God‘s Farthest Outpost: A History of Catholics in New Zealand
ISBN 0 67087 652 6
Church in the World: Statements on Social issues 1979-1997
by New Zealand Catholic Bishops, compiled by Chris Orsman and Peter Zwart
Catholic Office for Social Justice, $29.95
ISBN 0 90863 123 5
Religions of New Zealanders
Peter Donovan (ed)
Dunmore Press (2nd ed.) $49.95
ISBN 0 86469 262 5
There are more than one and a half billion Christians living today, roughly a third of the population of the entire planet, approximately a billion of whom are Catholics. As the Roman Catholic Church, by far the largest global religious institution, prepares to enter triumphantly into the third Christian millennium, it continues to exercise considerable influence over the lives of its followers and countless others. Like all great corporations, the Catholic Church rarely speaks with a single voice. Under the broad wings of its magisterium, the authoritative body of Church teachings, one finds discordant and competing discourses – from Marxist liberation theologians to Neo-Hobbesian advocates of an unbridled free-market and from conservative biblical fundamentalists to liberals. The late 1960s and early 1970s modernisation of the Church, in the aftermath of Vatican II, has led to a more fragmented and divided church torn between the (perhaps content) majority and significant minorities of traditionalists and promoters of more radical change.
Catholicism is not just a Christian denomination, however, but has created a network of institutions and practices that have given rise to a discernible Catholic culture, albeit in a myriad of local forms. Many Catholics are religiously lapsed and yet still culturally Catholic (many others, of course, are beyond lapsed) in a way that has no real Christian parallel. Among Presbyterians, for example, those who lose their religious faith don’t become lapsed-Presbyterians but post-Christians, or simply fade away. It is the background of this cultural Catholicism that has been the inspiration for so many Catholic writers, artists, and filmmakers.
New Zealanders’ pride in thinking of ourselves as the most secular of nations was challenged and dented this last month as our Prime Minister [Jenny Shipley] ushered in New Zealand’s post-secular era. She referred to secularity as an idea “whose time has come and gone”. The value-neutrality of the classical liberal state has failed, we were told, to ensure the rooting of the right values in our children or citizenry. Issues such as religious education in schools and other educational establishments, and religious rituals in the public realm are back on the national agenda.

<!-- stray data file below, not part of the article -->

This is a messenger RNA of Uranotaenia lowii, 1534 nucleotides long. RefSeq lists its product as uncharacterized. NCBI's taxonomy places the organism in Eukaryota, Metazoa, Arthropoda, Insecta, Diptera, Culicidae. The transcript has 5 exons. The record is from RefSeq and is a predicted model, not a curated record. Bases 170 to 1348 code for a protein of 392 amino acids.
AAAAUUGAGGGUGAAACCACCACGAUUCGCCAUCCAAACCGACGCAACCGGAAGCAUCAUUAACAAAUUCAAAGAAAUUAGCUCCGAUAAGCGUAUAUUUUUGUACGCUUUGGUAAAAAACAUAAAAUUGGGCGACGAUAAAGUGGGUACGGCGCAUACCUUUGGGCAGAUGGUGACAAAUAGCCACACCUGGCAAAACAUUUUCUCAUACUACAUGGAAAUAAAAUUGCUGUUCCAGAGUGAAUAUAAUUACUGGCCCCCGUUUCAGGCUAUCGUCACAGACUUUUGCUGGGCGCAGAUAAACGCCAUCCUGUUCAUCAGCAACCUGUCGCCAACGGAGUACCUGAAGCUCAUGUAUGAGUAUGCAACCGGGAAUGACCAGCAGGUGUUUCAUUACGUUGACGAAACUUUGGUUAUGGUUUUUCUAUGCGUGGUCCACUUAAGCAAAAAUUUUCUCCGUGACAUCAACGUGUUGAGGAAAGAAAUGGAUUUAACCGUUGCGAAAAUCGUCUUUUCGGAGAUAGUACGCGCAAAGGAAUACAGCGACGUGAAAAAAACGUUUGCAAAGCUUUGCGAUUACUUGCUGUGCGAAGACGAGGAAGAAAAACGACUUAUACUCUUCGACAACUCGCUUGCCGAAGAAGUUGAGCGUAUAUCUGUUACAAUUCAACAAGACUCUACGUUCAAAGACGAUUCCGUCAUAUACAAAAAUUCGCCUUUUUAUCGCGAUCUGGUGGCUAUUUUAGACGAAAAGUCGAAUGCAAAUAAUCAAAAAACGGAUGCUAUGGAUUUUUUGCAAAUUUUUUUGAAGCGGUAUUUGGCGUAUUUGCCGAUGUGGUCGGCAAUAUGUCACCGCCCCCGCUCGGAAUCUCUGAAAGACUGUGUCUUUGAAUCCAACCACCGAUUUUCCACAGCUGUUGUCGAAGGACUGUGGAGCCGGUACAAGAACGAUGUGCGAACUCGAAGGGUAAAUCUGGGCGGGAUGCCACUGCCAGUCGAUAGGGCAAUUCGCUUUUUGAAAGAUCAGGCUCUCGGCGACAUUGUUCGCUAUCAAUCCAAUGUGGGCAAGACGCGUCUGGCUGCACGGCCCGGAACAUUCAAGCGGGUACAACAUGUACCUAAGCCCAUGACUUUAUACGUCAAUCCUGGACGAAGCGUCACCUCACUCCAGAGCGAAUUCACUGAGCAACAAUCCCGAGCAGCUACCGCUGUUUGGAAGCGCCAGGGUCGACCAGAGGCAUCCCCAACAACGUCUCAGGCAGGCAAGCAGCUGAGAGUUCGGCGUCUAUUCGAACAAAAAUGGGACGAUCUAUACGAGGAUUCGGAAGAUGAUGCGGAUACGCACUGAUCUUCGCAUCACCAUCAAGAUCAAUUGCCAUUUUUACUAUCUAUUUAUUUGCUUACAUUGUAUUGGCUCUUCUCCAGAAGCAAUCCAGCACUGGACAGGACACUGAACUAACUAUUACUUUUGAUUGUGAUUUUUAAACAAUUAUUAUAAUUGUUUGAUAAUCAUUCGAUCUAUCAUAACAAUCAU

Running parallel to this secular-versus- religious-values debate was the ongoing saga of the protesters outside Te Papa. This unlikely coalition of Christian interest groups called for the removal of a small sheathed statuette and a gender-bender version of the Last Supper. The media debate has brought to the fore concerns about the secularity of our nation, our once sacred Christian heritage, and the place that religious values might play in a post-millennial New Zealand. Leading the protest and most visible has been a group of Catholics, Catholic Action and its supporters, who claim to represent the views of the majority of their claimed “half a million” co-religionists. Although supported by the Catholic hierarchy in their call for these two “blasphemous” works of art to be withdrawn, they have also called on the Pope to remove all ten of the country’s bishops for failing to uphold true Catholic values.